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Lukáš 3:21 : Jesus Prays at His Baptism

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21 I stalo se, když se křtil všecken lid, a když se pokřtil i Ježíš, a modlil se, že otevřelo se nebe,

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Jesus Prays at His Baptism

   

Napsal(a) Ray and Star Silverman

This stained glass window shows the scene where John the Baptist baptises Jesus. It's in the t. John the Baptist Church in Crondall Street, Hoxton, London.

Jesus Prays at His Baptism

Luke 3:21, 22: "And it came to pass when all the people were baptized, and when Jesus, having been baptized, was praying, that heaven was opened, and the Holy Spirit descended in a bodily appearance like a dove upon Him, and there was a voice from heaven, saying, “Thou art My beloved Son; in Thee I am well pleased.”

Although this episode is also reported in Matthew and Mark, the Gospel of Luke is the only one which mentions that Jesus prayed during His baptism. This emphasis upon prayer in Luke is consistent with the premise that a major theme of this gospel is the reformation of our understanding—the part of our mind that is focused on learning truth, having faith, and communing with God in prayer.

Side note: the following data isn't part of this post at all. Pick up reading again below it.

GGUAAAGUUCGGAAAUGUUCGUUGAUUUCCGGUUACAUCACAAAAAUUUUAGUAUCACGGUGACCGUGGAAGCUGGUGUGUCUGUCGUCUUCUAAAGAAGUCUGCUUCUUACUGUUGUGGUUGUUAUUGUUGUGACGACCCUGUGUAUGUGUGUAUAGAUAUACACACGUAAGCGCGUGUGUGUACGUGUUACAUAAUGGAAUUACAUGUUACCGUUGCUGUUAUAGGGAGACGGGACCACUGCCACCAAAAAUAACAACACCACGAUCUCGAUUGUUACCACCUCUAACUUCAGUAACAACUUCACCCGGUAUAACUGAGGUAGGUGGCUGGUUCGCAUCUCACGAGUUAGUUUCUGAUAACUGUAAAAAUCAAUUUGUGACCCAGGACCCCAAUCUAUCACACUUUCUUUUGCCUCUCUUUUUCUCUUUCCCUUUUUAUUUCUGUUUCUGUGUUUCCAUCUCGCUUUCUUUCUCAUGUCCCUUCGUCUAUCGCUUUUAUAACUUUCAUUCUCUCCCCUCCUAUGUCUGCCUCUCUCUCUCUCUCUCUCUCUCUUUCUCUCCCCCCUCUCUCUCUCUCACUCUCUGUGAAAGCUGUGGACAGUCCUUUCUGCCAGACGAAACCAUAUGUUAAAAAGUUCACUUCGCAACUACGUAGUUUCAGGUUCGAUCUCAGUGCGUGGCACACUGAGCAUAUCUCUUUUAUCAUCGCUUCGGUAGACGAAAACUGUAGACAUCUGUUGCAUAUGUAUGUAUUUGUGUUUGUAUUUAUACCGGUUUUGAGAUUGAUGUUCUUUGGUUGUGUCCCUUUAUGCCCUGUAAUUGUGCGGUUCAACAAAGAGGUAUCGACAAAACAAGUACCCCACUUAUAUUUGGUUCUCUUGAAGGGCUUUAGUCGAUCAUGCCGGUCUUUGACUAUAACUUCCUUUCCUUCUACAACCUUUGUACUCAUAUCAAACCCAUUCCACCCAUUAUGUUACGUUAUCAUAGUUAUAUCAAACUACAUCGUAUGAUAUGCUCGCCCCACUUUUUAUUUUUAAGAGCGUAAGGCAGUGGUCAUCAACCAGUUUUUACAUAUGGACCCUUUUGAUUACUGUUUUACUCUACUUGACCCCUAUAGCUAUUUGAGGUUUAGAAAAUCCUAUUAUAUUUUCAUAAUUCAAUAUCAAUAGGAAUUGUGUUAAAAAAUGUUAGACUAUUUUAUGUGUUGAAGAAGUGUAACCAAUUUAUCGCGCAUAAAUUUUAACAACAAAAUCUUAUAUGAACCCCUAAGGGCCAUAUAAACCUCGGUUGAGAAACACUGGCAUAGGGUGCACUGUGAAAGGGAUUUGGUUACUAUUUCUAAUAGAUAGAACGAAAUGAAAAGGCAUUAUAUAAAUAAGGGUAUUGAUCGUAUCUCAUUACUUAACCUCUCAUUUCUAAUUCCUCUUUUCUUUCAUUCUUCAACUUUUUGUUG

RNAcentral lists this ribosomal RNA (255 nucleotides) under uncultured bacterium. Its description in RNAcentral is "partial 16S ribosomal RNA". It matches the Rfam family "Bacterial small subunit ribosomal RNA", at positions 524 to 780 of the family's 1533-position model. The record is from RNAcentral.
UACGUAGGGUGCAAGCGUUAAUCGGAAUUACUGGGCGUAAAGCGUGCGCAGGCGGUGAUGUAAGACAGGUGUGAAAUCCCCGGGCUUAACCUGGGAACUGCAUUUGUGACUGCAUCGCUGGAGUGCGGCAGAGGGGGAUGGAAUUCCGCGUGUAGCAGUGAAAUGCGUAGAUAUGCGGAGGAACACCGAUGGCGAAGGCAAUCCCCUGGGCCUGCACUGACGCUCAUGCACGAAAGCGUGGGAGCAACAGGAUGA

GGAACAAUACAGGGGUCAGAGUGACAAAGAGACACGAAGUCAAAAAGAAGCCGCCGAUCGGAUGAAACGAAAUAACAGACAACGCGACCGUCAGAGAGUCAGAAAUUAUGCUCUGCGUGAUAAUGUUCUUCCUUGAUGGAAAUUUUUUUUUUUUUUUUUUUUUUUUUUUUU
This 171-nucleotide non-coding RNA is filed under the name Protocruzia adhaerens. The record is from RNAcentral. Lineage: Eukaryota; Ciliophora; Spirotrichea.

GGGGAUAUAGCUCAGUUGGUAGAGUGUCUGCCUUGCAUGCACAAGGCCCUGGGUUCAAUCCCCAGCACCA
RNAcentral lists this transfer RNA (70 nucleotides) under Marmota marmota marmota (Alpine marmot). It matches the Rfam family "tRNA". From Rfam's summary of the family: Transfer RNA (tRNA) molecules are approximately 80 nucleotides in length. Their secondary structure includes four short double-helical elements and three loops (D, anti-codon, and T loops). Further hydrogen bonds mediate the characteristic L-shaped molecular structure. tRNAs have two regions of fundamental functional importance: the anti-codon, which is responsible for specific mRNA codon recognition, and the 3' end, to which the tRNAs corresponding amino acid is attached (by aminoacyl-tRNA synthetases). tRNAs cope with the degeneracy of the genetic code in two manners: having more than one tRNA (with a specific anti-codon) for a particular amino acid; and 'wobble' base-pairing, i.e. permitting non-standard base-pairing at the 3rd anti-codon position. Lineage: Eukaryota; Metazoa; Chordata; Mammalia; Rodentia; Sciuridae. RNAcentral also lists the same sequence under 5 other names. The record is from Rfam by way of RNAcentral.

The beautiful words, “heaven was opened,” suggest that a revelation took place as Jesus prayed, a revelation which found expression in the divine utterance: “You are My beloved Son; in You I am well pleased” (Luke 3:22).

This episode speaks to each of us of the importance of prayer in our lives. These are the times when we turn inward in search of the Father, listening for guidance, instruction, comfort, inspiration, and revelation. This process of turning inward in search of that which is deeply spiritual is essential. Without it, our efforts to serve others will be based on the weak and crumbling foundation of our own self-hood. We should never let our egos interfere with the great work the Lord wants to do through us. In prayer, we quiet the inner chatter, we enter the stillness, we speak to God and listen for the divine response. As it is written in the Hebrew scriptures, “Be still and know that I am God” (Psalm 46:10).

“The Lord is in His holy temple; let all the earth be silent before Him” (Habakkuk 2:20).

To silence “the earth” is to temporarily put aside the cares of the external world while resting in God. In brief, it is the endeavor to silence the voice of the ego long enough to hear the voice of God. This is at the heart of a contemplative life. 1

Before beginning any vital work, the first step is to begin with prayer. Jesus’ baptism in Luke captures this idea beautifully. Jesus was about to begin His public ministry. But before the heavens could be opened to Him, before the revelation and the inspiration could come, Jesus needed to take that first crucial step. He needed to pray: “And while He prayed, heaven was opened.” It was only then that He was ready to begin His public ministry. As it is written, “Jesus Himself began His ministry at about thirty years of age”.